McKellen takes on the choicest of the main roles in the poet Spooner, an obsequious sponge who has met well-heeled man of letters Hirst (Stewart) over drinks in a local pub and accompanied him to his home near Hampstead Heath for a few more. In designer Stephen Brimson Lewis’ austere set, the host’s living room is both a statement of stifling tastefulness and a scary cell in which Spooner, a shabby drunk despite his posturing refinement, is unceremoniously imprisoned for the night by Hirst’s hostile amanuensis Foster (Crudup) and his intimidating butler/bodyguard Briggs. With their air of homoerotic complicity, this domestic duo claim to be Hirst’s protectors, viewing Spooner suspiciously as an intruder who might upset their status quo.
McKellen's Spooner is an overly voluble, romantic lush with a moocher's heart, wearing a worn suit and dirty white canvas shoes. He's a once proud man now deflated into a soft-shoed jester, yet still trying to keep up appearances. He inadvertently cradles a booze bottle like an infant, plays magic tricks and is a pro at insincerity. McKellen is a wonder.
The whisky flows, served neat. The conversation, like the wall, is curvy. It’s unclear if Hirst and Spooner really know each other from university. Also uncertain: Did Hirst, as he blithely recalls, bed Spooner’s girl? McKellen’s silent slow-burn response speaks volumes. He’s got one of the most expressive faces, voices and command of body language on the planet. Stewart gets Hirst’s imperiousness and vulnerability just right.
t’s all very inscrutable and cool, but the show’s mysteriously compelling. This has a lot to do with the easy rapport of the leads, who are besties in real life — McKellen even became a Universal Life Church minister to officiate at Stewart’s wedding.
In the second act, Hirst and Spooner engage in a long, amusing dialogue about the people they knew back in college, raising the question of whether, in fact, they've been previously acquainted. Or is Hirst engaging in an elaborate joke? The play ends sedately, with Hirst's toast, "I'll drink to that."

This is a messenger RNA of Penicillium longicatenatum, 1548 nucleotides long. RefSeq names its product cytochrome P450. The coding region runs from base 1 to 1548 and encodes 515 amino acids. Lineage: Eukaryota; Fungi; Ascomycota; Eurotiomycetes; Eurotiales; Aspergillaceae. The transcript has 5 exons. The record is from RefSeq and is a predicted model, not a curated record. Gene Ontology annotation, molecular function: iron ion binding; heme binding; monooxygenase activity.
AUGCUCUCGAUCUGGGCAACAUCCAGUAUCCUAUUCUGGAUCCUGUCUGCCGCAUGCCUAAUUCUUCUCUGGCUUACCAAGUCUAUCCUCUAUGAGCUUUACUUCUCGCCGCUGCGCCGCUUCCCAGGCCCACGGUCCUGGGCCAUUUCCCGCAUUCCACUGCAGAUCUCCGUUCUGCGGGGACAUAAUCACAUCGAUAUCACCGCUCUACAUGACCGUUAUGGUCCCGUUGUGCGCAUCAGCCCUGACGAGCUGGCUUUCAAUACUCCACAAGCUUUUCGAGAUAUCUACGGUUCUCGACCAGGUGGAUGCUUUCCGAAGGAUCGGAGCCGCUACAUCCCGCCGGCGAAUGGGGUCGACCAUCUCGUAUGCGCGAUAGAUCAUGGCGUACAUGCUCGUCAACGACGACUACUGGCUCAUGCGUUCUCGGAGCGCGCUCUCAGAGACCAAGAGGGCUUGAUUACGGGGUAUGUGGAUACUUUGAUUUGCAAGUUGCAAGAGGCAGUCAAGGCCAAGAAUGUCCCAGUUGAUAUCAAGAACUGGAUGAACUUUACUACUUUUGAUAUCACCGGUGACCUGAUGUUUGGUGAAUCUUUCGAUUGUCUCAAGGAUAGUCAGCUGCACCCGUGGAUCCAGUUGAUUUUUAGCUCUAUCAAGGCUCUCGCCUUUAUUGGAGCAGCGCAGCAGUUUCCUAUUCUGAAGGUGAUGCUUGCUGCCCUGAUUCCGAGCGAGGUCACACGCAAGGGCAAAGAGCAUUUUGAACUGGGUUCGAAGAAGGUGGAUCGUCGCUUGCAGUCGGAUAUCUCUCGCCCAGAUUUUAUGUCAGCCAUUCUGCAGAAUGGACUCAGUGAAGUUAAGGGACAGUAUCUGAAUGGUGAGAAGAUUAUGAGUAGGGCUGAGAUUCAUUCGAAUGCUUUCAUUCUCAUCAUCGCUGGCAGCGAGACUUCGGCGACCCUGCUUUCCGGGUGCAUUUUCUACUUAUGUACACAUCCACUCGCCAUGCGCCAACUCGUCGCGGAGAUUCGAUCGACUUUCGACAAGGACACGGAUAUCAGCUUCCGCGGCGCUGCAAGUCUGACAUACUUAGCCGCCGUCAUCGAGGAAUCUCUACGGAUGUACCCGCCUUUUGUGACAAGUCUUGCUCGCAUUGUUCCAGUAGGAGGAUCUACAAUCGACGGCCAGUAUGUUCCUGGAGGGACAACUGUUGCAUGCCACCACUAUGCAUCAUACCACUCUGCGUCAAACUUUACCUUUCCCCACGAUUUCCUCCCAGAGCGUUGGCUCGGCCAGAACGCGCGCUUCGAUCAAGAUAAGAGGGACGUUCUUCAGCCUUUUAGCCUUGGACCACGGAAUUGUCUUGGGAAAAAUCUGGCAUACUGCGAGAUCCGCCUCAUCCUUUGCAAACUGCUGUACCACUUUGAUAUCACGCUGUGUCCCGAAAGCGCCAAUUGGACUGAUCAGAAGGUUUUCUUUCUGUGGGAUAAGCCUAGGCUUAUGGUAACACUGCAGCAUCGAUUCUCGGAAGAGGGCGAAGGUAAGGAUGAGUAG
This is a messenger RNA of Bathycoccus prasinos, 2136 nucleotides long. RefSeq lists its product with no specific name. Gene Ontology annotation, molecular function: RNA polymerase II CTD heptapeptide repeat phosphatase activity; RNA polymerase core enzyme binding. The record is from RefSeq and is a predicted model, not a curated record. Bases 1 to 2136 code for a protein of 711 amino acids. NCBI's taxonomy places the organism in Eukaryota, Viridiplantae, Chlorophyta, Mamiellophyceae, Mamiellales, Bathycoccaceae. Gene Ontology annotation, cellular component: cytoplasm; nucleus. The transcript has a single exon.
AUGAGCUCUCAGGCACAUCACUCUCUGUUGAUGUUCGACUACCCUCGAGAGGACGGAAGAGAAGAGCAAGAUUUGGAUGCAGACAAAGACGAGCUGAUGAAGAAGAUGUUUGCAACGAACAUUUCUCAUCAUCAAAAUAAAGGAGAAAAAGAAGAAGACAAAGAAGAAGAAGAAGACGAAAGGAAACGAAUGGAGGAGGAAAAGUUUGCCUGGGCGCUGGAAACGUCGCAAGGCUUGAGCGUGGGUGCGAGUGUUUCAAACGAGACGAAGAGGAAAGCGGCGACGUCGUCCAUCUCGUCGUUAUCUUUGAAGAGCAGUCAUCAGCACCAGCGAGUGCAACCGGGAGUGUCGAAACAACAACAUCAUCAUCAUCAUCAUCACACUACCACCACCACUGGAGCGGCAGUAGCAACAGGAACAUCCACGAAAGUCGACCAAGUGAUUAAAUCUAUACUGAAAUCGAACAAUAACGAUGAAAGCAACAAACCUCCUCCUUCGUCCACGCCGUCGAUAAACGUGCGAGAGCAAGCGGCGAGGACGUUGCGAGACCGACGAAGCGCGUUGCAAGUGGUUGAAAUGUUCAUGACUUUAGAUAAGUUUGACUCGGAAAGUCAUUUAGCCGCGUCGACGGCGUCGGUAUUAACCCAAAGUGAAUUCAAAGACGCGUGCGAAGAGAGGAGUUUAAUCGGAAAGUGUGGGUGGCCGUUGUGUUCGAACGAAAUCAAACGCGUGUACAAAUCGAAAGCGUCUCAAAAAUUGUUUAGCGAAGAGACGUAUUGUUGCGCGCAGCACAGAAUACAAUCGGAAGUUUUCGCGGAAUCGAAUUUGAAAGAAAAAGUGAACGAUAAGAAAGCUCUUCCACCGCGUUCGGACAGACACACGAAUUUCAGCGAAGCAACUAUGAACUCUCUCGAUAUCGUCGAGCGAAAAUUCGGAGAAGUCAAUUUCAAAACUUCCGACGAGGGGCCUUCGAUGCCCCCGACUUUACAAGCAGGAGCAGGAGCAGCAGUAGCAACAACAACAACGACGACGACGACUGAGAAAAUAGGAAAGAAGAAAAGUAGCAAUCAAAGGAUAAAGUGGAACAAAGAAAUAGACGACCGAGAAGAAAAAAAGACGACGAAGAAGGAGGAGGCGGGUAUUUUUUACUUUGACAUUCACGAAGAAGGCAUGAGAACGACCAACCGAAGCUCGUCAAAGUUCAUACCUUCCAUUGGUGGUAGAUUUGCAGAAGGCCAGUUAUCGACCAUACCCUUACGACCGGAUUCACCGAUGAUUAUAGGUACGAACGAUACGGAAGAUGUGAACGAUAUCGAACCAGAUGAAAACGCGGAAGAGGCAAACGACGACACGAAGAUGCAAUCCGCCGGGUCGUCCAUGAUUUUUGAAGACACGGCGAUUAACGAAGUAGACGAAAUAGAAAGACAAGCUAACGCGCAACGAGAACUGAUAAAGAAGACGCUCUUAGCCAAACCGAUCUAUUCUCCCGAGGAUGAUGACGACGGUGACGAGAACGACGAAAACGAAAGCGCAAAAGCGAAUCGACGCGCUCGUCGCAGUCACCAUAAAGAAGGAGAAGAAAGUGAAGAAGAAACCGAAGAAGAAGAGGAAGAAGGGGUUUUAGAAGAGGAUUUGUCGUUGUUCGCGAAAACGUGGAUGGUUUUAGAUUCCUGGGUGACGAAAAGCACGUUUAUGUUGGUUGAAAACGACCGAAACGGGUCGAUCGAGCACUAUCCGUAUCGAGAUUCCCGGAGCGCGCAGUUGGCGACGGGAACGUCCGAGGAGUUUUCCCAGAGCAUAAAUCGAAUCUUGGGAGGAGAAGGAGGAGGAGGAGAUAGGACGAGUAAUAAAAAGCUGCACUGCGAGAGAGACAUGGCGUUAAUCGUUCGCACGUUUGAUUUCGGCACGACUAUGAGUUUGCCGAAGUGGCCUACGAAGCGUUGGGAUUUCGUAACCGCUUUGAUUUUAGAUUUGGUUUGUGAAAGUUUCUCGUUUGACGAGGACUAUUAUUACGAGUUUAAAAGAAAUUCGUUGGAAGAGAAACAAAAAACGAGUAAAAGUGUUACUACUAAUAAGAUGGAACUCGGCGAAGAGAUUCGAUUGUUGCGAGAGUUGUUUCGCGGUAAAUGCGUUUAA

In "No Man's Land," an established poet (Stewart) who inexplicably invites to his home a barfly (McKellen) who may or may not be his old school chum, leaving the literary figure's secretary and bodyguard (Crudup and Hensley) puzzled. Although it is a minor title in the Pinter canon, it is the more successful of the shows.
‘Waiting for Godot’ & ‘No Man’s Land’ Theater Review: Ian McKellen & Patrick Stewart Lighten Up on the Angst
McKellen mines laughs in “No Man’s Land” where none exist. Watch him, at age 74, get down on his knee to tie one shoe lace, only to perform a nimble bent-knee leap to tie the other. Audiences may find that his verbal and physical dexterity makes for a lighter, more digestible night at the theater, but it also diminishes the desperation that drives Spooner, a down-and-out poet, into the no man’s land of another writer’s well-appointed, servant-infested manse.
For the past month, New York has been awash in Beckett and Pinter, brought to us by Great English Actors. None of these productions has represented the performers at their peak. Case in point: when Ian McKellen and Patrick Stewart did their new-to-Broadway production of Waiting for Godot in London, in 2010, they harvested acclaim for the freshness of their clowning. But, as with many London theatrical exports arriving on American shores, the routines now seem so worked-out they’re stiff.